Florida is known for its hot summers and mild winters, and South Florida for its year-round tropical climate. This state is also home to a variety of wildlife, like snakes for instance. In this article we’re going to be talking about a certain type of snake, the kingsnake. The different types of kingsnakes in Florida to be more precise.
Kingsnakes got their name from the fact that they eat other snakes. Not only that, but king snakes actually eat venomous snakes like rattlesnakes and copperheads. They’re immune to snake venom.
Let’s take a look at 6 types of kingsnakes found in the state of Florida.
King snakes in Florida
The 6 types of king snakes in Florida are the eastern kingsnake, Florida kingsnake, scarlet kingsnake, mole kingsnake, short-tailed kingsnake, and the Apalachicola kingsnake.
1. Eastern kingsnake
Scientific name: Lampropeltis getula
The eastern kingsnake can be found in northern Florida and the panhandle. They can grow up to 36 to 48 inches in total length and are characterized by having shiny, black, smooth scales with white or yellow chain link bands that cross the back and connect on the sides.
Eastern kingsnakes lay clutches of 4-20 eggs which hatch in about 60 days. The juveniles emerge fully formed and are brightly colored. Kingsnakes are constrictors and hunt during the day.
They eat other snakes, lizards, frogs, rodents, birds, and they especially like turtle eggs. You’ll find eastern kingsnakes in forests, swamps, and wetlands as well as farmlands and more urban areas.
Many species of of kingsnakes, the eastern kingsnake included, are popular in pet industry.
2. Florida kingsnake
Scientific name: Lampropeltis getula floridana
Like the eastern kingsnake, the Florida kingsnake is a subspecies of the common kingsnake. This subspecies is also known to interbreed with the eastern variety where their ranges overlap. They are brown and yellow in color typically with light bands along their bodies. Florida kingsnakes reach 3-4 feet in length as adults. They’re found throughout the state of Florida, though more common in the southern half of the state.
Juveniles tend to be mostly black while adults are more yellow-black. Like other kingsnakes, Florida kingsnakes prefer living in marshes, swamps, and near wooded areas. They feed on small mammals as well as other snakes.
3. Scarlet kingsnake
Scientific name: Lampropeltis elapsoides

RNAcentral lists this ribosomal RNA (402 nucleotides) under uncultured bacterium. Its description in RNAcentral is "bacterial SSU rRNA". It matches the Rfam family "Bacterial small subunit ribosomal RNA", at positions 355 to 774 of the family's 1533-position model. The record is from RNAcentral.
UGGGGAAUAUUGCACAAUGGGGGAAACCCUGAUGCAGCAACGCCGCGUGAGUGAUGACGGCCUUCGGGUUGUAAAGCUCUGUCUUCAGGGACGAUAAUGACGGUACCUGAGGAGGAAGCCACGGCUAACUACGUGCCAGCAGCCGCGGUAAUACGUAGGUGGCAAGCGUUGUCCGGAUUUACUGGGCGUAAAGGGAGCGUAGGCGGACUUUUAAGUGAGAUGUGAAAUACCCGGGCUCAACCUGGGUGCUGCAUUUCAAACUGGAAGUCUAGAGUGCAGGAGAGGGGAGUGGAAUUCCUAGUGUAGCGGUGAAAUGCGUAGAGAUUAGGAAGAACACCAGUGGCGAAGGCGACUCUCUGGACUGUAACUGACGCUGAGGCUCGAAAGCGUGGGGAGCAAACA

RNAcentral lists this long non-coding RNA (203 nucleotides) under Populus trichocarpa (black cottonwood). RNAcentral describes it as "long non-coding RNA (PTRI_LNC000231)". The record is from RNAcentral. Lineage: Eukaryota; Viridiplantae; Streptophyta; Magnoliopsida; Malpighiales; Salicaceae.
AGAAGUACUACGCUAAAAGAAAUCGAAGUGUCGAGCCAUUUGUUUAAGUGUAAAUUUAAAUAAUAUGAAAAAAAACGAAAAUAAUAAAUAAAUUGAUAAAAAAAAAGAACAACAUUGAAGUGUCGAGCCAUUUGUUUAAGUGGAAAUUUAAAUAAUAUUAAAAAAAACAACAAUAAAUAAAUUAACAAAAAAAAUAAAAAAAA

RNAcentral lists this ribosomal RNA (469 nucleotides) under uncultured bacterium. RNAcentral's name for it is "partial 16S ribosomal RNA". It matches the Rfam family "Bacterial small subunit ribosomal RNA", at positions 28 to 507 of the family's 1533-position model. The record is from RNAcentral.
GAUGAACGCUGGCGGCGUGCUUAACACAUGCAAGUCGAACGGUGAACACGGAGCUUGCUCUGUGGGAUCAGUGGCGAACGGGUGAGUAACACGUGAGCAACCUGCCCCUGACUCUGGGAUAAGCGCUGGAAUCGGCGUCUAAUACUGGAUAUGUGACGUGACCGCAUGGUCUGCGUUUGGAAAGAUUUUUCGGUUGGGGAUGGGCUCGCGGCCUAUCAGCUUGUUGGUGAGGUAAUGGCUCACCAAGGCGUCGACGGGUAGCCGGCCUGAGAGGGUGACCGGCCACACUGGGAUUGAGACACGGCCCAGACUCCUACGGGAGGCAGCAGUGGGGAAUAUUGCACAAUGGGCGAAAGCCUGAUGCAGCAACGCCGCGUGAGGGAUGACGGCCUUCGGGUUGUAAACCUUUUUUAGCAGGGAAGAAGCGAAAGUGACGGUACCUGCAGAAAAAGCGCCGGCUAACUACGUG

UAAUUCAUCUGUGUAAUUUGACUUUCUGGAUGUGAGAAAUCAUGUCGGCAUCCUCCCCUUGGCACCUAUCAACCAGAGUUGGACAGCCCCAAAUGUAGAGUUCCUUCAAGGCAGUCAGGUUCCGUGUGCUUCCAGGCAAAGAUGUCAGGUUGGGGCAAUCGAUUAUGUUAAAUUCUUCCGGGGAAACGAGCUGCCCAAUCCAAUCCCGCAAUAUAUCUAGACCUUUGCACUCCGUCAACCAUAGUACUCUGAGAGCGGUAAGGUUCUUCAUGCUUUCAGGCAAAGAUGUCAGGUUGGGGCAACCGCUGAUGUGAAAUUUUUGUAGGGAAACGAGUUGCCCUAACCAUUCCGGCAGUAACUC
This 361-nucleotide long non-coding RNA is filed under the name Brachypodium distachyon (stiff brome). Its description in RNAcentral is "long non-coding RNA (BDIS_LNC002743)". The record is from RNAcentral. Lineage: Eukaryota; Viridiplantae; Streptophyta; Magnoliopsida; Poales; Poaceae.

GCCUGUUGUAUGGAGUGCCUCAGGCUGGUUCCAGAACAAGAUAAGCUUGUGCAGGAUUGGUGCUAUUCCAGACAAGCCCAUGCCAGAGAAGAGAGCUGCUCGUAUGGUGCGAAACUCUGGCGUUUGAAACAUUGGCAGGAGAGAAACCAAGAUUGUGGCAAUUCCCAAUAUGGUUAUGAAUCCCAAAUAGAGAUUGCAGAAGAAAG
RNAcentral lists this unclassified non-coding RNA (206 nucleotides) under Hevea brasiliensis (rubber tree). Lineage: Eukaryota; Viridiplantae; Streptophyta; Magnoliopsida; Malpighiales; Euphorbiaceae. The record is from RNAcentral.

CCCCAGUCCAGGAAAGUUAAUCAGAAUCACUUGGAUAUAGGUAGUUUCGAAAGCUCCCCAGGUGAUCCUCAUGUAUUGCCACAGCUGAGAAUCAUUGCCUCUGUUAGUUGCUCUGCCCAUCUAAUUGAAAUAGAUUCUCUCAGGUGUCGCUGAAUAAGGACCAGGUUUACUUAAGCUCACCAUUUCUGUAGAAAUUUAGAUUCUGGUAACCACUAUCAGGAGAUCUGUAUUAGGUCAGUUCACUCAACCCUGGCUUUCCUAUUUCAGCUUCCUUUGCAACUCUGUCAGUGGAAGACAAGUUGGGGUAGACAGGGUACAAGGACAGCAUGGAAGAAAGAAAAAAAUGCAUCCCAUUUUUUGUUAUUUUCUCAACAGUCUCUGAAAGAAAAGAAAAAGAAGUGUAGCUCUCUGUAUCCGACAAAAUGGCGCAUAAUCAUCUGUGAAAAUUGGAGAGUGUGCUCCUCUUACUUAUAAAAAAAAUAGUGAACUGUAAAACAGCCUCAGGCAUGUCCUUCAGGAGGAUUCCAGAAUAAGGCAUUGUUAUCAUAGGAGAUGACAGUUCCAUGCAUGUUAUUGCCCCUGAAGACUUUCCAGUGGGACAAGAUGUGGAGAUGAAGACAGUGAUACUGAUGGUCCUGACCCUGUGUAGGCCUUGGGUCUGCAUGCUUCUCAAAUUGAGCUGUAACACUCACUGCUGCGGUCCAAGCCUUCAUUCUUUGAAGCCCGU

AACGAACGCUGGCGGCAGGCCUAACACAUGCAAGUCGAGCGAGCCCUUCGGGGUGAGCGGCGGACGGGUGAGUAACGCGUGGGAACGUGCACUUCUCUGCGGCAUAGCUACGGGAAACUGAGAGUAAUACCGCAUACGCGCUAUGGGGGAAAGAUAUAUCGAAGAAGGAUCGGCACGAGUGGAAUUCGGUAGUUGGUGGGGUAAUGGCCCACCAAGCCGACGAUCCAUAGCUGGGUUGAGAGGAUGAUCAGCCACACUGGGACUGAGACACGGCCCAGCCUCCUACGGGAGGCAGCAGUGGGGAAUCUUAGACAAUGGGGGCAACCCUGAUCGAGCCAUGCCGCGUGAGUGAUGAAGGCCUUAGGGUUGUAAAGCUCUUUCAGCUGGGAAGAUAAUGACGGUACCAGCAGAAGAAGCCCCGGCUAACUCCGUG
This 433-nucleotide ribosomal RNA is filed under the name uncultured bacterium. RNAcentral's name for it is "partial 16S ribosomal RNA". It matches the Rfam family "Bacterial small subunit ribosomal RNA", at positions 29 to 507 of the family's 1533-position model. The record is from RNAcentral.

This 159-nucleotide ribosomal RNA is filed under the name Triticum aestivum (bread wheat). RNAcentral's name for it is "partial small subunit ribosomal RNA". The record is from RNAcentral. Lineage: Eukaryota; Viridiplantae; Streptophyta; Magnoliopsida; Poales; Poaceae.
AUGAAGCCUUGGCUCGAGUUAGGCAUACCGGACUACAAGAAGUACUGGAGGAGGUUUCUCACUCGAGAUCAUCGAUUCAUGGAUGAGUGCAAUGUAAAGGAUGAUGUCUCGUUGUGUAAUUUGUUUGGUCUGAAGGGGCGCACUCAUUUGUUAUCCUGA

The scarlet kingsnake is also known as the scarlet milksnake and the scarlet snake. Scarlet kingsnakes can be found in every county throughout the entire state of Florida. It grows 14 to 20 inches long. Its bright red, yellow, and black markings make it one of the most beautiful snakes in the state.
Scarlet kingsnakes are frequently mistaken for the coral snake or the non-venomous scarlet snake. It can be distinguished from the venomous coral snake by remembering the rhyme, “Red on yellow, kill a fellow. Red on black, friend to Jack.” This simply means as long a red band is never touching a yellow band, the snake isn’t venomous. However this only holds true for North America’s coral snakes.
Scarlet kingsnakes breed from March to June and will lay 2 to 9 eggs. The babies emerge after two months after being laid. They hunt mostly during the night and eat small lizards, rodents, and other snakes. The scarlet kingsnake likes to live in pinelands and hardwood hammocks. Not only can they burrow, but they can climb very well.
4. Mole kingsnake
Scientific name: Lampropeltis occipitolineata
The mole kingsnake is a subspecies of the prairie kingsnake. It grows 30-40 inches in total. They have very smooth scales and are a light or dark brown with reddish brown spots down the back.
They mate in late spring or early summer, laying a clutch of 10-12 eggs. Like other kingsnakes, they eat a variety of animals like rodents, other smaller snakes, lizards, amphibians, and birds. They spend much of their time underground and aren’t seen very often. They like to hide under boards or natural debris of open fields or edges of forests.
The South Florida mole kingsnake is only found in a few counties in southern Florida near Lake Okeechobee, and no where else. The northern mole kingsnake is only found west of Jefferson county.
5. Short-tailed snake
Scientific name: Lampropeltis extenuata
Also known as the short-tailed kingsnake, this snake is a small, slender type of kingsnake that only grows to about 1 and a half feet long. This rare snake’s body is gray colored with 50-80 brown spots that are separated by yellow to red sections.
This species has a small head that is indistinct from its body, smooth scales, and a very short tail. The short-tailed snake lives underground mainly and is not even seen by humans. They are only found in northern areas of the Florida peninsula and thrive in their sandy soils.
6. Apalachicola kingsnake
Scientific name: Lampropeltis getula meansi
The Apalachicola kingsnake is the third and final subspecies of the common kingsnake on this list. The example above is a pet and likely a light color morph. These snakes in the wild look very similar to the Florida kingsnake, though a bit darker from what I can tell.
Apalachicola kingsnakes are only found in parts of the Florida panhandle. According to the University of Florida, the eastern Apalachicola lowlands south of Telogia Creek is where they are most common.